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Wednesday, September 21, 2005

The Man Behind the Curtain

The Raving Atheist recently gave us a post dealing with something rather interesting. Specifically, he was discussing an article in Newsday that asked a group of Unitarian Universalists whether or not they believe in god.

As a side note: I think those two sentences should get an award of some kind for sheer link-density.

Indeed, I've had a fair amount of experience with UU's, given that my Sainted Girlfriend is one and she has... um... escorted me to local services from time to time. Additionally, I know the organization is popular among intellectuals due to its provision of community within a context of free-thought and tolerance. Within the blogosphere I'm sure there are numerous UU's, though I only know of one for a fact: the occasional blogger Sarah Elizabeth. So, I was curious what Newsday's Unitarians might have to say.

From the article, it's clear that some of their respondents are pretty intelligent and may enjoy tweaking the interviewer a smidge:

A sky god who willed the chemical origins of the cosmos and Earth's evolving life? The jealous Zeus of massive temper tantrums that is Yahweh on a bad hair day? The vindictive, wantonly cruel God of Christian fundamentalists, who sadistically watches people burn in hell or promises mass slaughter for most of Earth's people in a grand finale of rapture . . . is an unlikely God for Unitarians. In our congregation, half the people are atheists who do not believe in imps, incubi, Satan, archangels, holy or unholy ghosts; the other half believes in some kind of "God." Both believe we are hard-wired to a spiritual dimension that seeks meaning and metaphor through the passage of life and death, which compels us to compassion and justice.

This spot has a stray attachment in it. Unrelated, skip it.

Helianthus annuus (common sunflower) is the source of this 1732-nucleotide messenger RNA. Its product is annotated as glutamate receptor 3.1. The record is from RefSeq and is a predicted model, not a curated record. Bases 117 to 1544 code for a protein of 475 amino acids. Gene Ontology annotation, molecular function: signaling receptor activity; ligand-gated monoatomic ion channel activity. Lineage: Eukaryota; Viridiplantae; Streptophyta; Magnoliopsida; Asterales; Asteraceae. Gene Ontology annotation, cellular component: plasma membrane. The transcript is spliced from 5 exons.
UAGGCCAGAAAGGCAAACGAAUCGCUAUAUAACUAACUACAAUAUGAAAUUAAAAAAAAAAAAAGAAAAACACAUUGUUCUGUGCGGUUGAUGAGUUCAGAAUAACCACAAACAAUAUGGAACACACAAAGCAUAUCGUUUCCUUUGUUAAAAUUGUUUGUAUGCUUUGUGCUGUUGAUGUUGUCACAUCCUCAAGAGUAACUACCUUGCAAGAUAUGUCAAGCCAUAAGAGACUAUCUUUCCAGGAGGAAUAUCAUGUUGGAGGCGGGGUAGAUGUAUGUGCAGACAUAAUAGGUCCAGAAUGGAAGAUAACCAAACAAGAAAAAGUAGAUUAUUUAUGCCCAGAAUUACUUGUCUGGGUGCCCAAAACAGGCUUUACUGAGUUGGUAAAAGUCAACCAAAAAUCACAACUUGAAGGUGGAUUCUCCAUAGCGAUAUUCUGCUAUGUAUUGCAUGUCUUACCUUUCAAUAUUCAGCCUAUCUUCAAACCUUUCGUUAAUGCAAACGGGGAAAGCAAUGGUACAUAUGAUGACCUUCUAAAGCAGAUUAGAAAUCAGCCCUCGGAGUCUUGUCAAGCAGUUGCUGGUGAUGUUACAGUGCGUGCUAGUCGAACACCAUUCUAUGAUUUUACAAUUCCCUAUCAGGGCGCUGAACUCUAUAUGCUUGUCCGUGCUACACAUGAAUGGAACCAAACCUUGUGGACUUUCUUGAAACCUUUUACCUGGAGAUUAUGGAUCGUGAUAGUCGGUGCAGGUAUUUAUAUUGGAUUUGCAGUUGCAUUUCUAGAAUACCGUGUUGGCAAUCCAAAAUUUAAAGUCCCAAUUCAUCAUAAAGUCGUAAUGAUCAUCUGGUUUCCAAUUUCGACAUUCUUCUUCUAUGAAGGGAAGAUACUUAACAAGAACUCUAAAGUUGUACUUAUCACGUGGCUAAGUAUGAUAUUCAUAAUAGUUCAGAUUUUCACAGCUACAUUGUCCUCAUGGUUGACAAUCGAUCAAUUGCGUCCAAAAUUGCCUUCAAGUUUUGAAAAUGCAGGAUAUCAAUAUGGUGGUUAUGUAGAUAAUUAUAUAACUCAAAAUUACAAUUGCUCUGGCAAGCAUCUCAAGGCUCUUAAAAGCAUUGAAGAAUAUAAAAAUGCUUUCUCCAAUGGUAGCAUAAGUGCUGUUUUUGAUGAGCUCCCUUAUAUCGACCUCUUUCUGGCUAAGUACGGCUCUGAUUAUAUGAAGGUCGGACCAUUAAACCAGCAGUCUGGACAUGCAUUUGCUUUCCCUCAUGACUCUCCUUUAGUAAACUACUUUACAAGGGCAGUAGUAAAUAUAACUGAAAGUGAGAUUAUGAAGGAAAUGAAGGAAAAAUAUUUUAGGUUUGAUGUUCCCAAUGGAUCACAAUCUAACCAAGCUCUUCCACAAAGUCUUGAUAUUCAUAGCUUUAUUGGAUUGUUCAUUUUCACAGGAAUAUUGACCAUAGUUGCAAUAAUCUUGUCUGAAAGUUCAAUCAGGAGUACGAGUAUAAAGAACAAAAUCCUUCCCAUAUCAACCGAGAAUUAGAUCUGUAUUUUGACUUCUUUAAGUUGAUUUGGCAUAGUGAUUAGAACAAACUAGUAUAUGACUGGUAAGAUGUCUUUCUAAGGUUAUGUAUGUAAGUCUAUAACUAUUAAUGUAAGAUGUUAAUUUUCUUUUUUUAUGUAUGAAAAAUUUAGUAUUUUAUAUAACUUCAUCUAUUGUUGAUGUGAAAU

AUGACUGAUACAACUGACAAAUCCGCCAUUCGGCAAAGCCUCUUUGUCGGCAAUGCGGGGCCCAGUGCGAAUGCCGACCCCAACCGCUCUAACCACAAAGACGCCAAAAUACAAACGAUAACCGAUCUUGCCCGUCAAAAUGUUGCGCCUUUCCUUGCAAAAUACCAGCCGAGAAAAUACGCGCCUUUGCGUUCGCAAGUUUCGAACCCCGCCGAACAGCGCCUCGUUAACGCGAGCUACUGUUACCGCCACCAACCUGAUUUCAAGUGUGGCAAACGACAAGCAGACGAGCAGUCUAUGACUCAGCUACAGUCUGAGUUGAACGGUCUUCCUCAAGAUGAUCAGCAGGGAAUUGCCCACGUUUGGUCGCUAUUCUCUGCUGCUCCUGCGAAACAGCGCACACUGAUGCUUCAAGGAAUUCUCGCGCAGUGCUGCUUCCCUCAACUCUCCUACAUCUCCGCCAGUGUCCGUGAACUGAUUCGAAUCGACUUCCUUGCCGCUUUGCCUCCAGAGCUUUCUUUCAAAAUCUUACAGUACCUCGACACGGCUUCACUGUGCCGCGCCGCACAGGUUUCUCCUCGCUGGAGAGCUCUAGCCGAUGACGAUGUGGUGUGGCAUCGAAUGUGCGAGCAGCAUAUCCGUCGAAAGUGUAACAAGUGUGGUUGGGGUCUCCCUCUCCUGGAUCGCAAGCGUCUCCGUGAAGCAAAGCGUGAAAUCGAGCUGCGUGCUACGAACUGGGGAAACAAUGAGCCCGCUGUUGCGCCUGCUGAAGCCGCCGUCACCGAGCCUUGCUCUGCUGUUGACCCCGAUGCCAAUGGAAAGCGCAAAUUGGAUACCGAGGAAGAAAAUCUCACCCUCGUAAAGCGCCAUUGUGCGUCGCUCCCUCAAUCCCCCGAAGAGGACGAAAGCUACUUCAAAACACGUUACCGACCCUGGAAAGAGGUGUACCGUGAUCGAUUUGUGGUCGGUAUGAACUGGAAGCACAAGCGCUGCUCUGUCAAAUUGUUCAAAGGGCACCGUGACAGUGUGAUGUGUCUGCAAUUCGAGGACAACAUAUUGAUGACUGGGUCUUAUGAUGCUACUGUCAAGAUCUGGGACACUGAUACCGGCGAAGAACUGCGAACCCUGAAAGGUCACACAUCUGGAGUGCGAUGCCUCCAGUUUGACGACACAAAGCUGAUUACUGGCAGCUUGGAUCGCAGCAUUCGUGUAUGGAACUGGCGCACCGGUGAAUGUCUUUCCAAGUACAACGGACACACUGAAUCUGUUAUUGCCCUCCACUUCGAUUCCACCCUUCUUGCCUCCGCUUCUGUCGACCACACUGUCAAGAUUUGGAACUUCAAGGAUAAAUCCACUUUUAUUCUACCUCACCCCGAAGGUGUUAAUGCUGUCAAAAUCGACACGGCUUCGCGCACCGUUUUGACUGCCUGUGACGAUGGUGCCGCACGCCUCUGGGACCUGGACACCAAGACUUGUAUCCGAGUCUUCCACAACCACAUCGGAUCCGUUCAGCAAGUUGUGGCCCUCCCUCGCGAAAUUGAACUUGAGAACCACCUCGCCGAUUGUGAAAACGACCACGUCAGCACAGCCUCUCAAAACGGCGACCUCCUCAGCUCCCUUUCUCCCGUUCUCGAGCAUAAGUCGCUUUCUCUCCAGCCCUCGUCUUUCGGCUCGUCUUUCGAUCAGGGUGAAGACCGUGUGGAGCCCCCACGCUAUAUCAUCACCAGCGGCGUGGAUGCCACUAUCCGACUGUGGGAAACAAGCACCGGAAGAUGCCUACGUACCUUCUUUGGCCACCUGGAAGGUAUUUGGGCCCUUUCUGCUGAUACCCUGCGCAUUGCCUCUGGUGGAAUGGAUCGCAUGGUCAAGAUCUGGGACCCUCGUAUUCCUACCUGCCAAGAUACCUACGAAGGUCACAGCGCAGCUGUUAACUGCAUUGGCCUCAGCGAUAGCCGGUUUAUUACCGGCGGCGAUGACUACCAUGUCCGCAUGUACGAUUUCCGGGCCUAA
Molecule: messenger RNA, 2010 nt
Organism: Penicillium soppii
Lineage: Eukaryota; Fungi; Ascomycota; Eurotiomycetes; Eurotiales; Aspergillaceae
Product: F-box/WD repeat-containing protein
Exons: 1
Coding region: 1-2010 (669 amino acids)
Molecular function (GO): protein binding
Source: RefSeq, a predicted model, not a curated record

In other words, when you don't believe in god, all invisible friends in the sky are created equal, and none are more or less plausible than others. This is a point I myself made fairly recently. As you might expect, the Raving Atheist was complementary about this remark.

He was less complimentary, however, about UU Janet Hanson's answer:

I have to believe in God because I see so many things -- both good and bad -- done in God's name. God exists in the minds of people. To say that I don't believe in God would be absurd.

The RA responds to Ms. Hanson with considerable scorn:

So God exists in her mind because it exists in the minds of others who say He does things. But what if those people are all doing the same thing -- basing their beliefs on Ms. Hanson's conviction that God exists, a conviction that itself is based only upon her opinion of what’s in their heads? God might just be a belief about what other people believe you believe about what they believe.

In one sense I agree with the RA- believing in something because a buttload of other people do is a pretty stupid reason. On the other hand, I do think the RA is missing something important here. The Sociologist W.I. Thomas wrote, "If men define situations as real, they are real in their consequences," which is often used as a one-sentence summary of social construction. In short, humans collectively decide on the nature of the world, building a set of interpretations and understandings as a group activity. This is not to say (in my view) that an ultimate, single physical reality does not exist, but rather that the webwork of meaning that humans use to interact with that world is produced through social means. Though stated inelegantly, Ms. Hanson has stumbled across a similar revelation. On a certain level, if enough people believe in god then god is socially real, even if he is not materially real.